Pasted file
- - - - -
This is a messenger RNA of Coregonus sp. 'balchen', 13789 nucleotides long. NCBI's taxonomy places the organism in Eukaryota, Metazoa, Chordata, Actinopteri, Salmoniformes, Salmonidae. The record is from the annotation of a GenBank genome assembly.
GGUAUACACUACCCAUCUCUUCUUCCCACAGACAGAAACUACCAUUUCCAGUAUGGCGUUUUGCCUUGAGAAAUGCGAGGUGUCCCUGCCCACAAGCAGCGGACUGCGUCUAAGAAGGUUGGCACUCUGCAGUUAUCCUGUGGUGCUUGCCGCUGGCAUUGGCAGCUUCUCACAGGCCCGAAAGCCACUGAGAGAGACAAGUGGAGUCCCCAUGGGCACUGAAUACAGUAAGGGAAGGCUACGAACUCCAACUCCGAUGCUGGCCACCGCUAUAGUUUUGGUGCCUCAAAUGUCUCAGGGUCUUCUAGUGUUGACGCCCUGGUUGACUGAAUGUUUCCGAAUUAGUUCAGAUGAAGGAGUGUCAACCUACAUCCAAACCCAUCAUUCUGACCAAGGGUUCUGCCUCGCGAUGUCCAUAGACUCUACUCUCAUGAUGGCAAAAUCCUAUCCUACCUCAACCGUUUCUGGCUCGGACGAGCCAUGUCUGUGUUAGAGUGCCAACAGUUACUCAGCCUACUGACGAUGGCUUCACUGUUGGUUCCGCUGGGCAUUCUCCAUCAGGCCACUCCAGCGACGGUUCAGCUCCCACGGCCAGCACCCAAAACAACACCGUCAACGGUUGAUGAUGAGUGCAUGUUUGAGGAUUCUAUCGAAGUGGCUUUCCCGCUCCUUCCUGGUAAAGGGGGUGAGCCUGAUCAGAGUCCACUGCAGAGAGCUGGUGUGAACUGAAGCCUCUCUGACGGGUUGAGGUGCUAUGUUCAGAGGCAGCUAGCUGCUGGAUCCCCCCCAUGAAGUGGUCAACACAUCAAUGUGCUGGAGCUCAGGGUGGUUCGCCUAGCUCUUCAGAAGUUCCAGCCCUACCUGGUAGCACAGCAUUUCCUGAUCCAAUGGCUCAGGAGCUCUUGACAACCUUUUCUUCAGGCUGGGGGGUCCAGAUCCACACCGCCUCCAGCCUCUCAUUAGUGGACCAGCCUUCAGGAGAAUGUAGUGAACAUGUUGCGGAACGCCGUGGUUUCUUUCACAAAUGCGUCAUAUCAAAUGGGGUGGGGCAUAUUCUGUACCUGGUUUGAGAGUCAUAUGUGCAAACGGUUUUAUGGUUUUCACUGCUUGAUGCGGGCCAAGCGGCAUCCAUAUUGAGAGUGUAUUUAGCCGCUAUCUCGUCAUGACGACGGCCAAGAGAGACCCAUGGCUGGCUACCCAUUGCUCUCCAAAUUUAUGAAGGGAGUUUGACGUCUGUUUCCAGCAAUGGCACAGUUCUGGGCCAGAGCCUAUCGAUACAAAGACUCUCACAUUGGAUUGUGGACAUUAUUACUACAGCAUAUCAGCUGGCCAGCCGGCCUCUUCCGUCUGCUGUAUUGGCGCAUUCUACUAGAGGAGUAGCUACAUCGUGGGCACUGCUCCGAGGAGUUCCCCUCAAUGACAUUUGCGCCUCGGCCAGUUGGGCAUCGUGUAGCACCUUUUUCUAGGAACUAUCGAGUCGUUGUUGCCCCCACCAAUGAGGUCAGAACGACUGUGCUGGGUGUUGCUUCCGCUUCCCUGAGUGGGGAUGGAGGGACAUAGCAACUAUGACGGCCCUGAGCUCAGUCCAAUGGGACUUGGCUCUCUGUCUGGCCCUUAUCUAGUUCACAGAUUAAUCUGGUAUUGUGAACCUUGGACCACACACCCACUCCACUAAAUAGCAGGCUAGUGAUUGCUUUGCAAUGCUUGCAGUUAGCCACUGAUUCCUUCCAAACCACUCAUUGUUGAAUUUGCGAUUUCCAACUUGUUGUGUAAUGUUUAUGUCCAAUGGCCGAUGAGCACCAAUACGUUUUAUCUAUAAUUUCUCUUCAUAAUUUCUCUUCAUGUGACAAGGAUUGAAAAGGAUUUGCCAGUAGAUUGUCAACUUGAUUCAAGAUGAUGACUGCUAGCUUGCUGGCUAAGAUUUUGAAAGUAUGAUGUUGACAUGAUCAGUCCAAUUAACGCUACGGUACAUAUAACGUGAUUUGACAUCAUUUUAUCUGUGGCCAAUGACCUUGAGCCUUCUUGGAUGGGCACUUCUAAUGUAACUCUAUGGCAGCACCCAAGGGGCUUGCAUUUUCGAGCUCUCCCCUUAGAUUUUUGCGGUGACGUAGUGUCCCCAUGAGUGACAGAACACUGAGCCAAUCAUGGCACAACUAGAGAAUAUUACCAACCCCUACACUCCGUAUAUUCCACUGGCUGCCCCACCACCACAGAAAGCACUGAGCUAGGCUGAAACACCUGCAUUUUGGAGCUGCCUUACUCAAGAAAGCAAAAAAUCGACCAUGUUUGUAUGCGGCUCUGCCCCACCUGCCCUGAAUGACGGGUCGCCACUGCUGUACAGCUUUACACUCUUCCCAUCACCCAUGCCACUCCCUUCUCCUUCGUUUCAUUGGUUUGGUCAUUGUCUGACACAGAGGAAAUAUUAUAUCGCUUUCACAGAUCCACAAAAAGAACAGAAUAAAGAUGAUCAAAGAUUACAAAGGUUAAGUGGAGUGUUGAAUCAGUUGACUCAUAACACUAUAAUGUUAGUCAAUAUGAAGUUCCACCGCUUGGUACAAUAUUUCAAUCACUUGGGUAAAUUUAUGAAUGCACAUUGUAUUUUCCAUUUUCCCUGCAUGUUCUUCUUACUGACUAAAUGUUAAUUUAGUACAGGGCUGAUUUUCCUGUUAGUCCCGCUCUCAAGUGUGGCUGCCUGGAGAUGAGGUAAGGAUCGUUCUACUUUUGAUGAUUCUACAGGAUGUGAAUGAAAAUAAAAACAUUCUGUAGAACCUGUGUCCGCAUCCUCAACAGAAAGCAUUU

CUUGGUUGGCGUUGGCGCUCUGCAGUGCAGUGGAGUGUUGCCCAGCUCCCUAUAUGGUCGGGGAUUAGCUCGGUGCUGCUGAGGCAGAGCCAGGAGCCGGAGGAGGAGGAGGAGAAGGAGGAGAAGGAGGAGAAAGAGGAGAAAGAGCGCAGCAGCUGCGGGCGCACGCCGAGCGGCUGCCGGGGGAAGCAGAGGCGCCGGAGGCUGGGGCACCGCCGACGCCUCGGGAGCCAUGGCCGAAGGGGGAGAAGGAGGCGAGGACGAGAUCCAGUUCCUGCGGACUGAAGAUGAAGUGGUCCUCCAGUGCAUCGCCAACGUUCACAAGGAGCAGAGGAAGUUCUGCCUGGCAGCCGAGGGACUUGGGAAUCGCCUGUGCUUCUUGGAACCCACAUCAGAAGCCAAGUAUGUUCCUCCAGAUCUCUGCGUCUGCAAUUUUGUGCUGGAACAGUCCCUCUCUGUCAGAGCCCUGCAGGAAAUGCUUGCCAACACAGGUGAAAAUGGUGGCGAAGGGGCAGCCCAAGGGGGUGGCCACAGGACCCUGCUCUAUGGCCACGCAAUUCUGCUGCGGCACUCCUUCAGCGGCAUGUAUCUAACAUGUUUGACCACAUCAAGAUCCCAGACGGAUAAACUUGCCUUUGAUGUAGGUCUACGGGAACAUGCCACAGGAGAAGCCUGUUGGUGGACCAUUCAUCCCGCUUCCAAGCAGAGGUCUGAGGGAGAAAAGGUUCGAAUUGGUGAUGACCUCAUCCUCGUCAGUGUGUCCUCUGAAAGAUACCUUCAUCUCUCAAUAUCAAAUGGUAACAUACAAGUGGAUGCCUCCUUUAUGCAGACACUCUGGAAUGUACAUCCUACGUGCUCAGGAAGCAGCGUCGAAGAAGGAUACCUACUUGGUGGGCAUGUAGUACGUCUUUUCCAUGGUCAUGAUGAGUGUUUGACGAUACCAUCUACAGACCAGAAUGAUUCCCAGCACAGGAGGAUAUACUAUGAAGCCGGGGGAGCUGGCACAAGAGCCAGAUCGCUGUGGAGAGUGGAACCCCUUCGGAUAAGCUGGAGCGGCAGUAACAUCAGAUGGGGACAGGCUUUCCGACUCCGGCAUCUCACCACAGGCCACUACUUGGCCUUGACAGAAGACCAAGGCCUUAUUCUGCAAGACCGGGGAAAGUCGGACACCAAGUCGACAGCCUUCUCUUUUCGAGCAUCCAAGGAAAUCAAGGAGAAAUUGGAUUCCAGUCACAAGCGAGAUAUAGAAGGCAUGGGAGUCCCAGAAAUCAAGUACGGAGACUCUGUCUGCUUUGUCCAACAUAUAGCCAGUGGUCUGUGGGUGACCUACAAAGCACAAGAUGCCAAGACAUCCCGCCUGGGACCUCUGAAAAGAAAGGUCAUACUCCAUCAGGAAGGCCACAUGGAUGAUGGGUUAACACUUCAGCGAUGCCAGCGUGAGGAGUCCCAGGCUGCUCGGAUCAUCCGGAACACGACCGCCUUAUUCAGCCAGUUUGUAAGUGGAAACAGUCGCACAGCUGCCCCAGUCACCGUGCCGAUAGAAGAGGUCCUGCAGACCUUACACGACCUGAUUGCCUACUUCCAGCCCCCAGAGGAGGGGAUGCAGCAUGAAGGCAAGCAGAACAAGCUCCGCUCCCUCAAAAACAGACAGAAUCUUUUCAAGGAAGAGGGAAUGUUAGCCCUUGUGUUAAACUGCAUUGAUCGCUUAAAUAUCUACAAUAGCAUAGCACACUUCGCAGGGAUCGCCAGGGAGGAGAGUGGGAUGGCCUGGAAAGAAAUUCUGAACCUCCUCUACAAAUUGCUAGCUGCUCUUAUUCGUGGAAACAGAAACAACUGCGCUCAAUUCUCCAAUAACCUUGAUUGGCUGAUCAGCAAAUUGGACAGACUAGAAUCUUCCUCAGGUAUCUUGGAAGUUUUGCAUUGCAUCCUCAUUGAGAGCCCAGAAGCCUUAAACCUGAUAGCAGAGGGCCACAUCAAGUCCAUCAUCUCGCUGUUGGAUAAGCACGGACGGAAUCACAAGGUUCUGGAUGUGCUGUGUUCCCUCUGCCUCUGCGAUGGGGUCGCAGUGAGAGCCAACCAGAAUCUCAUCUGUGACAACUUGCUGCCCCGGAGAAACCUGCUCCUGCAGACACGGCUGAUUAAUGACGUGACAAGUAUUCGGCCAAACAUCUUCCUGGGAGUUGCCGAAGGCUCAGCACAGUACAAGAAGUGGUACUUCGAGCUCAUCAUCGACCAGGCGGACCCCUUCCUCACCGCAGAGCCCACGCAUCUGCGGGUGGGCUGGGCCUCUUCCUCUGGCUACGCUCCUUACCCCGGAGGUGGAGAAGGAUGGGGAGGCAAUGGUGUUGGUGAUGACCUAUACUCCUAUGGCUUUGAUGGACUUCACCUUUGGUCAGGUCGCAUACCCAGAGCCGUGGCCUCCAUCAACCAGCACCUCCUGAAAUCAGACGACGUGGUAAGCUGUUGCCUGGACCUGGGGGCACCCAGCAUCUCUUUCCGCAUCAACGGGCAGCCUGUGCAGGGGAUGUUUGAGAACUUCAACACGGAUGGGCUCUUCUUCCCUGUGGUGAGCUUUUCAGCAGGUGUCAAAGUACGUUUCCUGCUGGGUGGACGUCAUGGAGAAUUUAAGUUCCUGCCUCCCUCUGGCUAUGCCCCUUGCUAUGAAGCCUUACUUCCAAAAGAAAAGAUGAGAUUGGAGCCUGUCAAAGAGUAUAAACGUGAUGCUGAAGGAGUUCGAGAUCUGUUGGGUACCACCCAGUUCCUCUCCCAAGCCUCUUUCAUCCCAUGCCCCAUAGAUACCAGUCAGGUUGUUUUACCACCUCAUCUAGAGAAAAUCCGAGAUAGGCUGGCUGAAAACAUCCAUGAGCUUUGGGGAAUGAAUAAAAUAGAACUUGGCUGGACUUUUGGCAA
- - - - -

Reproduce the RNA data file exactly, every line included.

This is a messenger RNA of Coregonus sp. 'balchen', 13789 nucleotides long. NCBI's taxonomy places the organism in Eukaryota, Metazoa, Chordata, Actinopteri, Salmoniformes, Salmonidae. The record is from the annotation of a GenBank genome assembly.
GGUAUACACUACCCAUCUCUUCUUCCCACAGACAGAAACUACCAUUUCCAGUAUGGCGUUUUGCCUUGAGAAAUGCGAGGUGUCCCUGCCCACAAGCAGCGGACUGCGUCUAAGAAGGUUGGCACUCUGCAGUUAUCCUGUGGUGCUUGCCGCUGGCAUUGGCAGCUUCUCACAGGCCCGAAAGCCACUGAGAGAGACAAGUGGAGUCCCCAUGGGCACUGAAUACAGUAAGGGAAGGCUACGAACUCCAACUCCGAUGCUGGCCACCGCUAUAGUUUUGGUGCCUCAAAUGUCUCAGGGUCUUCUAGUGUUGACGCCCUGGUUGACUGAAUGUUUCCGAAUUAGUUCAGAUGAAGGAGUGUCAACCUACAUCCAAACCCAUCAUUCUGACCAAGGGUUCUGCCUCGCGAUGUCCAUAGACUCUACUCUCAUGAUGGCAAAAUCCUAUCCUACCUCAACCGUUUCUGGCUCGGACGAGCCAUGUCUGUGUUAGAGUGCCAACAGUUACUCAGCCUACUGACGAUGGCUUCACUGUUGGUUCCGCUGGGCAUUCUCCAUCAGGCCACUCCAGCGACGGUUCAGCUCCCACGGCCAGCACCCAAAACAACACCGUCAACGGUUGAUGAUGAGUGCAUGUUUGAGGAUUCUAUCGAAGUGGCUUUCCCGCUCCUUCCUGGUAAAGGGGGUGAGCCUGAUCAGAGUCCACUGCAGAGAGCUGGUGUGAACUGAAGCCUCUCUGACGGGUUGAGGUGCUAUGUUCAGAGGCAGCUAGCUGCUGGAUCCCCCCCAUGAAGUGGUCAACACAUCAAUGUGCUGGAGCUCAGGGUGGUUCGCCUAGCUCUUCAGAAGUUCCAGCCCUACCUGGUAGCACAGCAUUUCCUGAUCCAAUGGCUCAGGAGCUCUUGACAACCUUUUCUUCAGGCUGGGGGGUCCAGAUCCACACCGCCUCCAGCCUCUCAUUAGUGGACCAGCCUUCAGGAGAAUGUAGUGAACAUGUUGCGGAACGCCGUGGUUUCUUUCACAAAUGCGUCAUAUCAAAUGGGGUGGGGCAUAUUCUGUACCUGGUUUGAGAGUCAUAUGUGCAAACGGUUUUAUGGUUUUCACUGCUUGAUGCGGGCCAAGCGGCAUCCAUAUUGAGAGUGUAUUUAGCCGCUAUCUCGUCAUGACGACGGCCAAGAGAGACCCAUGGCUGGCUACCCAUUGCUCUCCAAAUUUAUGAAGGGAGUUUGACGUCUGUUUCCAGCAAUGGCACAGUUCUGGGCCAGAGCCUAUCGAUACAAAGACUCUCACAUUGGAUUGUGGACAUUAUUACUACAGCAUAUCAGCUGGCCAGCCGGCCUCUUCCGUCUGCUGUAUUGGCGCAUUCUACUAGAGGAGUAGCUACAUCGUGGGCACUGCUCCGAGGAGUUCCCCUCAAUGACAUUUGCGCCUCGGCCAGUUGGGCAUCGUGUAGCACCUUUUUCUAGGAACUAUCGAGUCGUUGUUGCCCCCACCAAUGAGGUCAGAACGACUGUGCUGGGUGUUGCUUCCGCUUCCCUGAGUGGGGAUGGAGGGACAUAGCAACUAUGACGGCCCUGAGCUCAGUCCAAUGGGACUUGGCUCUCUGUCUGGCCCUUAUCUAGUUCACAGAUUAAUCUGGUAUUGUGAACCUUGGACCACACACCCACUCCACUAAAUAGCAGGCUAGUGAUUGCUUUGCAAUGCUUGCAGUUAGCCACUGAUUCCUUCCAAACCACUCAUUGUUGAAUUUGCGAUUUCCAACUUGUUGUGUAAUGUUUAUGUCCAAUGGCCGAUGAGCACCAAUACGUUUUAUCUAUAAUUUCUCUUCAUAAUUUCUCUUCAUGUGACAAGGAUUGAAAAGGAUUUGCCAGUAGAUUGUCAACUUGAUUCAAGAUGAUGACUGCUAGCUUGCUGGCUAAGAUUUUGAAAGUAUGAUGUUGACAUGAUCAGUCCAAUUAACGCUACGGUACAUAUAACGUGAUUUGACAUCAUUUUAUCUGUGGCCAAUGACCUUGAGCCUUCUUGGAUGGGCACUUCUAAUGUAACUCUAUGGCAGCACCCAAGGGGCUUGCAUUUUCGAGCUCUCCCCUUAGAUUUUUGCGGUGACGUAGUGUCCCCAUGAGUGACAGAACACUGAGCCAAUCAUGGCACAACUAGAGAAUAUUACCAACCCCUACACUCCGUAUAUUCCACUGGCUGCCCCACCACCACAGAAAGCACUGAGCUAGGCUGAAACACCUGCAUUUUGGAGCUGCCUUACUCAAGAAAGCAAAAAAUCGACCAUGUUUGUAUGCGGCUCUGCCCCACCUGCCCUGAAUGACGGGUCGCCACUGCUGUACAGCUUUACACUCUUCCCAUCACCCAUGCCACUCCCUUCUCCUUCGUUUCAUUGGUUUGGUCAUUGUCUGACACAGAGGAAAUAUUAUAUCGCUUUCACAGAUCCACAAAAAGAACAGAAUAAAGAUGAUCAAAGAUUACAAAGGUUAAGUGGAGUGUUGAAUCAGUUGACUCAUAACACUAUAAUGUUAGUCAAUAUGAAGUUCCACCGCUUGGUACAAUAUUUCAAUCACUUGGGUAAAUUUAUGAAUGCACAUUGUAUUUUCCAUUUUCCCUGCAUGUUCUUCUUACUGACUAAAUGUUAAUUUAGUACAGGGCUGAUUUUCCUGUUAGUCCCGCUCUCAAGUGUGGCUGCCUGGAGAUGAGGUAAGGAUCGUUCUACUUUUGAUGAUUCUACAGGAUGUGAAUGAAAAUAAAAACAUUCUGUAGAACCUGUGUCCGCAUCCUCAACAGAAAGCAUUU

CUUGGUUGGCGUUGGCGCUCUGCAGUGCAGUGGAGUGUUGCCCAGCUCCCUAUAUGGUCGGGGAUUAGCUCGGUGCUGCUGAGGCAGAGCCAGGAGCCGGAGGAGGAGGAGGAGAAGGAGGAGAAGGAGGAGAAAGAGGAGAAAGAGCGCAGCAGCUGCGGGCGCACGCCGAGCGGCUGCCGGGGGAAGCAGAGGCGCCGGAGGCUGGGGCACCGCCGACGCCUCGGGAGCCAUGGCCGAAGGGGGAGAAGGAGGCGAGGACGAGAUCCAGUUCCUGCGGACUGAAGAUGAAGUGGUCCUCCAGUGCAUCGCCAACGUUCACAAGGAGCAGAGGAAGUUCUGCCUGGCAGCCGAGGGACUUGGGAAUCGCCUGUGCUUCUUGGAACCCACAUCAGAAGCCAAGUAUGUUCCUCCAGAUCUCUGCGUCUGCAAUUUUGUGCUGGAACAGUCCCUCUCUGUCAGAGCCCUGCAGGAAAUGCUUGCCAACACAGGUGAAAAUGGUGGCGAAGGGGCAGCCCAAGGGGGUGGCCACAGGACCCUGCUCUAUGGCCACGCAAUUCUGCUGCGGCACUCCUUCAGCGGCAUGUAUCUAACAUGUUUGACCACAUCAAGAUCCCAGACGGAUAAACUUGCCUUUGAUGUAGGUCUACGGGAACAUGCCACAGGAGAAGCCUGUUGGUGGACCAUUCAUCCCGCUUCCAAGCAGAGGUCUGAGGGAGAAAAGGUUCGAAUUGGUGAUGACCUCAUCCUCGUCAGUGUGUCCUCUGAAAGAUACCUUCAUCUCUCAAUAUCAAAUGGUAACAUACAAGUGGAUGCCUCCUUUAUGCAGACACUCUGGAAUGUACAUCCUACGUGCUCAGGAAGCAGCGUCGAAGAAGGAUACCUACUUGGUGGGCAUGUAGUACGUCUUUUCCAUGGUCAUGAUGAGUGUUUGACGAUACCAUCUACAGACCAGAAUGAUUCCCAGCACAGGAGGAUAUACUAUGAAGCCGGGGGAGCUGGCACAAGAGCCAGAUCGCUGUGGAGAGUGGAACCCCUUCGGAUAAGCUGGAGCGGCAGUAACAUCAGAUGGGGACAGGCUUUCCGACUCCGGCAUCUCACCACAGGCCACUACUUGGCCUUGACAGAAGACCAAGGCCUUAUUCUGCAAGACCGGGGAAAGUCGGACACCAAGUCGACAGCCUUCUCUUUUCGAGCAUCCAAGGAAAUCAAGGAGAAAUUGGAUUCCAGUCACAAGCGAGAUAUAGAAGGCAUGGGAGUCCCAGAAAUCAAGUACGGAGACUCUGUCUGCUUUGUCCAACAUAUAGCCAGUGGUCUGUGGGUGACCUACAAAGCACAAGAUGCCAAGACAUCCCGCCUGGGACCUCUGAAAAGAAAGGUCAUACUCCAUCAGGAAGGCCACAUGGAUGAUGGGUUAACACUUCAGCGAUGCCAGCGUGAGGAGUCCCAGGCUGCUCGGAUCAUCCGGAACACGACCGCCUUAUUCAGCCAGUUUGUAAGUGGAAACAGUCGCACAGCUGCCCCAGUCACCGUGCCGAUAGAAGAGGUCCUGCAGACCUUACACGACCUGAUUGCCUACUUCCAGCCCCCAGAGGAGGGGAUGCAGCAUGAAGGCAAGCAGAACAAGCUCCGCUCCCUCAAAAACAGACAGAAUCUUUUCAAGGAAGAGGGAAUGUUAGCCCUUGUGUUAAACUGCAUUGAUCGCUUAAAUAUCUACAAUAGCAUAGCACACUUCGCAGGGAUCGCCAGGGAGGAGAGUGGGAUGGCCUGGAAAGAAAUUCUGAACCUCCUCUACAAAUUGCUAGCUGCUCUUAUUCGUGGAAACAGAAACAACUGCGCUCAAUUCUCCAAUAACCUUGAUUGGCUGAUCAGCAAAUUGGACAGACUAGAAUCUUCCUCAGGUAUCUUGGAAGUUUUGCAUUGCAUCCUCAUUGAGAGCCCAGAAGCCUUAAACCUGAUAGCAGAGGGCCACAUCAAGUCCAUCAUCUCGCUGUUGGAUAAGCACGGACGGAAUCACAAGGUUCUGGAUGUGCUGUGUUCCCUCUGCCUCUGCGAUGGGGUCGCAGUGAGAGCCAACCAGAAUCUCAUCUGUGACAACUUGCUGCCCCGGAGAAACCUGCUCCUGCAGACACGGCUGAUUAAUGACGUGACAAGUAUUCGGCCAAACAUCUUCCUGGGAGUUGCCGAAGGCUCAGCACAGUACAAGAAGUGGUACUUCGAGCUCAUCAUCGACCAGGCGGACCCCUUCCUCACCGCAGAGCCCACGCAUCUGCGGGUGGGCUGGGCCUCUUCCUCUGGCUACGCUCCUUACCCCGGAGGUGGAGAAGGAUGGGGAGGCAAUGGUGUUGGUGAUGACCUAUACUCCUAUGGCUUUGAUGGACUUCACCUUUGGUCAGGUCGCAUACCCAGAGCCGUGGCCUCCAUCAACCAGCACCUCCUGAAAUCAGACGACGUGGUAAGCUGUUGCCUGGACCUGGGGGCACCCAGCAUCUCUUUCCGCAUCAACGGGCAGCCUGUGCAGGGGAUGUUUGAGAACUUCAACACGGAUGGGCUCUUCUUCCCUGUGGUGAGCUUUUCAGCAGGUGUCAAAGUACGUUUCCUGCUGGGUGGACGUCAUGGAGAAUUUAAGUUCCUGCCUCCCUCUGGCUAUGCCCCUUGCUAUGAAGCCUUACUUCCAAAAGAAAAGAUGAGAUUGGAGCCUGUCAAAGAGUAUAAACGUGAUGCUGAAGGAGUUCGAGAUCUGUUGGGUACCACCCAGUUCCUCUCCCAAGCCUCUUUCAUCCCAUGCCCCAUAGAUACCAGUCAGGUUGUUUUACCACCUCAUCUAGAGAAAAUCCGAGAUAGGCUGGCUGAAAACAUCCAUGAGCUUUGGGGAAUGAAUAAAAUAGAACUUGGCUGGACUUUUGGCAA